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Skoda Octavia review

2020 onwards (change model)
Parkers overall rating: 4 out of 54.0
” Stylish and pragmatic Skoda is the best pound for pound family car “

At a glance

Price new £26,500 - £36,220
Used prices £10,777 - £26,035
Road tax cost £180 - £190
Insurance group 12 - 23
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Fuel economy 42.2 - 68.9 mpg
Range 527 - 724 miles
Miles per pound 6.2 - 8.8
View full specs for a specific version

Available fuel types



Alternative fuel

Pros & cons

  • Roomy passenger compartment and massive boot
  • Very wide range of models and prices
  • Excellent fuel consumption 
  • Prices have crept up, so it's no longer cheap
  • Hybrid isn't at its best on long journeys
  • Keen drivers might want less bodyroll

Written by Keith Adams Published: 15 May 2022 Updated: 13 June 2023


The fourth-generation Skoda Octavia offers something for everyone. It boasts cutting-edge tech and sharp looks, delivers loads of passenger room and practicality, and comes in petrol, diesel and hybrid forms. It’s a good-looking car that will have many people assuming it’s a premium model when they see it in the metal – something you’d not have thought to say about Skoda a few years ago.

Fittingly, Skoda’s VW Golf alternative shares much of the Volkswagen’s technology under the skin, and offers more for the same money. Should that worry Volkswagen? We reckon so, because it feels like the Octavia has taken a step ahead of its sister car, and overall there’s little that offers the same amount of tech and space for the money.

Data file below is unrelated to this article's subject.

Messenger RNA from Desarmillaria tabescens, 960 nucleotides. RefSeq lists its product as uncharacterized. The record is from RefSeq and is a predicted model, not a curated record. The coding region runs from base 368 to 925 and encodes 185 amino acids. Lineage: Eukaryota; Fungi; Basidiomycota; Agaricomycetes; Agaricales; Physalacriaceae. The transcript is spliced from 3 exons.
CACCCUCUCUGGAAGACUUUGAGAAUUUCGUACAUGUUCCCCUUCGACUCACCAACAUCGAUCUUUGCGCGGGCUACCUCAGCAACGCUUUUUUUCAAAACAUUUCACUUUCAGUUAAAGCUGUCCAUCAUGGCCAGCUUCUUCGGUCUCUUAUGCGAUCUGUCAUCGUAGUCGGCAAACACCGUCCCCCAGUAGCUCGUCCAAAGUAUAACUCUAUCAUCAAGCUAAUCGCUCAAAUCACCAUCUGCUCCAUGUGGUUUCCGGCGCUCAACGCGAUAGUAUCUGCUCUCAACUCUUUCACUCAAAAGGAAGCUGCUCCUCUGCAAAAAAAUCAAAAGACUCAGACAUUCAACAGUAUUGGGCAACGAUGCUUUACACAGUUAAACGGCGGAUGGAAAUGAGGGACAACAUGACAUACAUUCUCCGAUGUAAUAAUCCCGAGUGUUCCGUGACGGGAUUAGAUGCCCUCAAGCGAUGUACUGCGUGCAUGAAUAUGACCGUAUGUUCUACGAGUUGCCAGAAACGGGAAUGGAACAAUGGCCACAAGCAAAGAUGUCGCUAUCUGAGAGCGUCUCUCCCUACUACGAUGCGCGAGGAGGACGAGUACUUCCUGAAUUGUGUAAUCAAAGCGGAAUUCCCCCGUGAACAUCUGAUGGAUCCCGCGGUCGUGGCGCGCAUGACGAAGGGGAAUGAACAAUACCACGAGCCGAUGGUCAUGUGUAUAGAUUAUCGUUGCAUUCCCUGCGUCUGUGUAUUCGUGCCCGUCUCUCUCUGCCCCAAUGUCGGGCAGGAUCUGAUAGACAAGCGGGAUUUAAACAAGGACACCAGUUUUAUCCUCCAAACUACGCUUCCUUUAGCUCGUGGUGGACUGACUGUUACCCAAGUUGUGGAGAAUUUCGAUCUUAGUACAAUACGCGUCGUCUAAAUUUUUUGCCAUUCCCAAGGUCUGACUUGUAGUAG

It might be roomy, but is it as clever and as capable as Skoda would have us believe? To be worthy of your money, it’s going to have to be a very good all-rounder, and not just brilliant at one thing. With rivals that include the Golf, Vauxhall Astra, the Ford Focus or the SEAT Leon, as well as the excellent Kia Ceed/Hyundai i30 cousins. It’s a big ask.

The good news is that there really is an Octavia for everyone. Of the standard models, there are three trim levels and no less than eight engines on offer, as well as the hatchback and estate bodystyles. The range starts with the SE, then there’s SE Technology and SE L. Standard equipment levels are generous. SE Technology cars get sat-nav, front and rear parking sensors and that option of a plug-in hybrid.

The SE L models get electrically-adjustable seats and LED ambient lighting on the inside. The larger Columbus infotainment system is standard, and comes with voice control and online services. This car also ups the safety tech with blindspot protection and adaptive cruise control that can bring the vehicle down to a complete stop. After that, you’re into vRS territory. Don’t worry, that’s covered by its own review.

Over the next few pages, we’ll be thoroughly reviewing all aspects of the Skoda Octavia and rating them in our verdict. Along the way, we’ll consider the car’s driving experience, the quality and comfort of its interior, the level of practicality available and how much it’ll cost you to keep it on the road.